The French newspaper Charlie Hebdo published a new edition today, just a week after Islamic extremists killed twelve people at its editorial offices in Paris. The murders led to international condemnations of religious terrorism, and a collective commitment to freedom of expression. French President Francois Hollande led over a million people in Paris on Sunday, marching in solidarity with Charlie Hebdo and the victims of the killings.
In an act of extreme defiance and principle, today's edition features a new front-page cartoon of Mohammed, by Renald Luzier (known as Luz). The prophet is depicted weeping, as he was on Charlie Hebdo's first Mohammed cover in 2006. He is shown holding a "Je suis Charlie" banner, which has become a symbol of support for the newspaper since last week's attack. Luz also caricatured Mohammed in Liberation in 2011.
The new cover appeared yesterday in several newspapers, including The Independent in the UK, Liberation in France, Sueddeutsche Zeitung in Germany, Corriere Della Sera in Italy, The Star in Kenya, and the New York Post. The cover filled the entire front page of Germany's Die Tageszeitung yesterday, and a collage of covers fills the front page of todays Liberation. It also appears in The Citizen (South Africa) today. In Japan, The Tokyo Shimbun printed the cover yesterday and again today. Turkish newspaper Cuhmuriyet published the cover twice in today's issue.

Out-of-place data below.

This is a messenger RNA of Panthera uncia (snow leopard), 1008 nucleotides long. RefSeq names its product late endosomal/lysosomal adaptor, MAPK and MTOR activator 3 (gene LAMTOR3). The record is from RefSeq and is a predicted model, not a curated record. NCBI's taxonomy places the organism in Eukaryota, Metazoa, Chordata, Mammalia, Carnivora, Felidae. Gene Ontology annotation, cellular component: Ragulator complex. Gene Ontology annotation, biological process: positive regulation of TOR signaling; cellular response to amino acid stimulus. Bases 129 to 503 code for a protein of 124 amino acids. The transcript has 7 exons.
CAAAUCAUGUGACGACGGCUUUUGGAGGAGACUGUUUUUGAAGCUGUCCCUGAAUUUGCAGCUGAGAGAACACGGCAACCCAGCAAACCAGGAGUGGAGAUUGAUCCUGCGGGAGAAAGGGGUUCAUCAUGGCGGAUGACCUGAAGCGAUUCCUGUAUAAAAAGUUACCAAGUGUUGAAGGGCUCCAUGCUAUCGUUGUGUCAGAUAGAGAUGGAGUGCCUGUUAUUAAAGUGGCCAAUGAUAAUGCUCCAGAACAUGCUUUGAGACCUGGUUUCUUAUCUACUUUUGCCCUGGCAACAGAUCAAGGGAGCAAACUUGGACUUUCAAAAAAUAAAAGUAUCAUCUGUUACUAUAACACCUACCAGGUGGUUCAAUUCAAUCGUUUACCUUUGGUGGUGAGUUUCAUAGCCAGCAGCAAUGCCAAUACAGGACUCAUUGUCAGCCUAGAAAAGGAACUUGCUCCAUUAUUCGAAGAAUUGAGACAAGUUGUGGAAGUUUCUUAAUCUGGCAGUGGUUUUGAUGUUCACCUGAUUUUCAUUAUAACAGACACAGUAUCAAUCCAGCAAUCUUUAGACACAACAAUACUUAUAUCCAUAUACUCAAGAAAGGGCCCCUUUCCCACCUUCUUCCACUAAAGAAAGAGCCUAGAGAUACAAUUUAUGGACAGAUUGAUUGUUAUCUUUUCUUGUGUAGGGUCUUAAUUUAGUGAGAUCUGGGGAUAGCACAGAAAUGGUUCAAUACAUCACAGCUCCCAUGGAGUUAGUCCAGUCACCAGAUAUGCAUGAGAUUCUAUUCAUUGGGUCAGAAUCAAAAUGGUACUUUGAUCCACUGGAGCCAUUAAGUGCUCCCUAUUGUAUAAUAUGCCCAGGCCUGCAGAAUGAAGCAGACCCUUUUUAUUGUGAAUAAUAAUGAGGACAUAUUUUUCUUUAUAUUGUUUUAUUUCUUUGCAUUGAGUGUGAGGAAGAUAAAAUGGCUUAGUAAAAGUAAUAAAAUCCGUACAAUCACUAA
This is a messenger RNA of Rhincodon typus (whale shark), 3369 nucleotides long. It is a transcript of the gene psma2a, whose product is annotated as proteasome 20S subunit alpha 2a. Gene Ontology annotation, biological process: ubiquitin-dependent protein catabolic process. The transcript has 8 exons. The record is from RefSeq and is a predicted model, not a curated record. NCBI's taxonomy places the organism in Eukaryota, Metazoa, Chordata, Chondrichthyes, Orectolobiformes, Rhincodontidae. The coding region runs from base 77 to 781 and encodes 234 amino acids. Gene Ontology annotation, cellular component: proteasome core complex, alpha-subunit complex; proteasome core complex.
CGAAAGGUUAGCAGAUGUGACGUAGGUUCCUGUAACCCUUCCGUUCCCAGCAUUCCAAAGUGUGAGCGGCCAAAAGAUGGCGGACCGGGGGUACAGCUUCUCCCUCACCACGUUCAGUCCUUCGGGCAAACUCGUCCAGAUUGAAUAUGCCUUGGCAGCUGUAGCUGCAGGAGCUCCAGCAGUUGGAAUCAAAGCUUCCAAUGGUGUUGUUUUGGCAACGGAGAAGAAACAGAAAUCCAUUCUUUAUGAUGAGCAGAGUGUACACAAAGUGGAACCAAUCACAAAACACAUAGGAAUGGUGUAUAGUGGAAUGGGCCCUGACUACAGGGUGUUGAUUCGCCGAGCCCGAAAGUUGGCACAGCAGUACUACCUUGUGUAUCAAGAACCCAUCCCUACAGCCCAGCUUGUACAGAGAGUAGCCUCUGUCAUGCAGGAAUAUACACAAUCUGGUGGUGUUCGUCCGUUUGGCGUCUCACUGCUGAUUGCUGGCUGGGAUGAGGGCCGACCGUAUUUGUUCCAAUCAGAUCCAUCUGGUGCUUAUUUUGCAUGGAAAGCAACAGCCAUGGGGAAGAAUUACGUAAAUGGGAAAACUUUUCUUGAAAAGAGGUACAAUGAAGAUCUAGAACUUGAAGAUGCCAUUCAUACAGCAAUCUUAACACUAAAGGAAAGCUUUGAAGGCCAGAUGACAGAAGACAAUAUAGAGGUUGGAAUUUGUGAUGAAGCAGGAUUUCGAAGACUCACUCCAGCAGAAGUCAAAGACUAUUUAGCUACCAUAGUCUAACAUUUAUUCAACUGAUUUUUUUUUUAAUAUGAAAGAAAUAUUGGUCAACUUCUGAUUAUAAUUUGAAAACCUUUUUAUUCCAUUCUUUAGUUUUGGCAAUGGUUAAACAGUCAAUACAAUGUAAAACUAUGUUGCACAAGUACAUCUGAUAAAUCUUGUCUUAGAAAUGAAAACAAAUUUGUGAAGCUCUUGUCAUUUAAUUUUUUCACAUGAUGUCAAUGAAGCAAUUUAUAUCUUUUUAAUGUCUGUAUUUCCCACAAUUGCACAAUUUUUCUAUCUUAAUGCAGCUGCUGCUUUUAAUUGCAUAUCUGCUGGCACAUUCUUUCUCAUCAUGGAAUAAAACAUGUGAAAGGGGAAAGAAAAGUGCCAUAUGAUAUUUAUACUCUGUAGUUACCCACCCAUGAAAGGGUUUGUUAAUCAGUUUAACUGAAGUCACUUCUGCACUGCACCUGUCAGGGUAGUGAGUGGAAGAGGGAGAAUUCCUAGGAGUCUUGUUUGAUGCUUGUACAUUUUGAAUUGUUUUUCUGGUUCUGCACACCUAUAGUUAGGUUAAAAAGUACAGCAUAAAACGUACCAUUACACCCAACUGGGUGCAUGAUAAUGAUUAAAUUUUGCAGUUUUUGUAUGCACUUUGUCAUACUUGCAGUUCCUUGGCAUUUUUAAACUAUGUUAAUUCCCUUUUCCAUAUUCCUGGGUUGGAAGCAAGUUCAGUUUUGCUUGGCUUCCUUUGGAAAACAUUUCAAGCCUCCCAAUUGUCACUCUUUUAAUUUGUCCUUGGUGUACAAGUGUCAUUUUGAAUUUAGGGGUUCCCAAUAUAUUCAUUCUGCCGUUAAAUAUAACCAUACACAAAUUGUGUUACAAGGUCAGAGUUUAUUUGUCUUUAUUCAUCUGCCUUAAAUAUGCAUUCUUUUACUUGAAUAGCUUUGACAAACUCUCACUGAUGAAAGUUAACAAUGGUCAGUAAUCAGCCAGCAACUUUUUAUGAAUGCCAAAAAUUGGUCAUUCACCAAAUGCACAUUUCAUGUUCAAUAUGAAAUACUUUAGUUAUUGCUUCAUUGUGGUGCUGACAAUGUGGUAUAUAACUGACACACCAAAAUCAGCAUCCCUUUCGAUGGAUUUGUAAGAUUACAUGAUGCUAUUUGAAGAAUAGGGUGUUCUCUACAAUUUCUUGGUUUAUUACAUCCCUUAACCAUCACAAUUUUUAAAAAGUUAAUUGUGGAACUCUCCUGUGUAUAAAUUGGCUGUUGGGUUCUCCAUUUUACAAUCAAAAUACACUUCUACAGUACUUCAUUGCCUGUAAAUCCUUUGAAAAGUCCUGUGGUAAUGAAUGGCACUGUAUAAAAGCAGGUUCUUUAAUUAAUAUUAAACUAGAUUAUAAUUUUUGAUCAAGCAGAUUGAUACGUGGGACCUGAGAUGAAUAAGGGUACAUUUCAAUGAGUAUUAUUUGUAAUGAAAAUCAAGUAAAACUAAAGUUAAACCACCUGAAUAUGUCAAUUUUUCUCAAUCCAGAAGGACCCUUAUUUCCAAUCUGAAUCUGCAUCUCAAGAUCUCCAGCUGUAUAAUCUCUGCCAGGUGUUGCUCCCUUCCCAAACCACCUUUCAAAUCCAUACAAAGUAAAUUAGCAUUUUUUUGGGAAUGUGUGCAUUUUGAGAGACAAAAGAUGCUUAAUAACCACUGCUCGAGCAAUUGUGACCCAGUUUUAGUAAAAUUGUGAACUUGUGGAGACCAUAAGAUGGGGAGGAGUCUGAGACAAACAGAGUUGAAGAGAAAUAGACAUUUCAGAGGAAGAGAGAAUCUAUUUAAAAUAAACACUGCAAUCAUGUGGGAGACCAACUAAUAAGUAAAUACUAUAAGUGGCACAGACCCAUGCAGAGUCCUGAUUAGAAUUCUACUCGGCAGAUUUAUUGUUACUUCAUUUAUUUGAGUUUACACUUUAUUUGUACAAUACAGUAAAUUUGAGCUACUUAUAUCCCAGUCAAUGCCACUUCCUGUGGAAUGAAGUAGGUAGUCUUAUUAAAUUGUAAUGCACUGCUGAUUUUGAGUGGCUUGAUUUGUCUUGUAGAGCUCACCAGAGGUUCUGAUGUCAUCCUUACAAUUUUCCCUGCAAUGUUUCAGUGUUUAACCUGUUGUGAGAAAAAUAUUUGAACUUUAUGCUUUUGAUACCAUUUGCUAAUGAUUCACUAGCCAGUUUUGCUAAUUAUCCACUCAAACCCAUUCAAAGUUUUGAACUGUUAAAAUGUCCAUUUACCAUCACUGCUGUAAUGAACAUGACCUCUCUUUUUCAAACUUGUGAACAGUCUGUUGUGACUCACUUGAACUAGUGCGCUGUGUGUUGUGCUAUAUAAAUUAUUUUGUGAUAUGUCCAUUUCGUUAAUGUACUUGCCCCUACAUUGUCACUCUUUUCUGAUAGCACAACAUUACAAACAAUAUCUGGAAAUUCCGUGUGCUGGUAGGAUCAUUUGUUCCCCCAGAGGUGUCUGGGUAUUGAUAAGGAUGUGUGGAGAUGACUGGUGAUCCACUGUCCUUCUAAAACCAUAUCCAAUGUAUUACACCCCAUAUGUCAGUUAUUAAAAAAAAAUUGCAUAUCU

Today's issue of Le Monde has a front-page cartoon by Jean Plantureux (known as Plantu), showing Catholic, Muslim, and Jewish men all enjoying the new Charlie Hebdo. (Plantu previously drew a Mohammed cartoon for Le Monde in 2006, after the Jyllands-Posten controversy.) This week's issue of the French magazine Les Inrockuptibles, published today, has a new Mohammed cartoon on its front page, drawn by Charles Berberian.
Charlie Hebdo's offices were firebombed in 2011, after it published the Charia Hebdo issue guest-edited by Mohammed. In 2012, it printed a caricature of Mohammed naked. In 2013, it produced a comic-strip biography of Mohammed titled La Vie De Mahomet (part 1 and part 2), with an expanded edition in 2014. Last year, it published a front-page cartoon of Mohammed being beheaded by an Islamic State terrorist.
At the beginning of the century, depictions of Mohammed were not considered problematic: the South Park episode Super Best Friends and the cartoon What Would Mohammed Drive? did not cause significant controversy. However, the publication of a dozen Mohammed caricatures by Jyllands-Posten in 2005 sparked protests around the world. After this, subsequent appearances of Mohammed in South Park (in 2006 and 2010) were censored, leading to the Everybody Draw Mohammed Day! campaign.
Following the Jyllands-Posten controversy, many newspapers printed their own Mohammed cartoons: Weekendavisen, France Soir, The Guardian, Philadelphia Daily News, Liberation, Het Nieuwsblad, The Daily Tar Heel, Akron Beacon Journal, The Strand, Nana, Gorodskiye Vesti, Adresseavisen, Uke-Adressa, and Harper's. The International Herald Tribune has depicted Mohammed twice, in 2006 and 2012.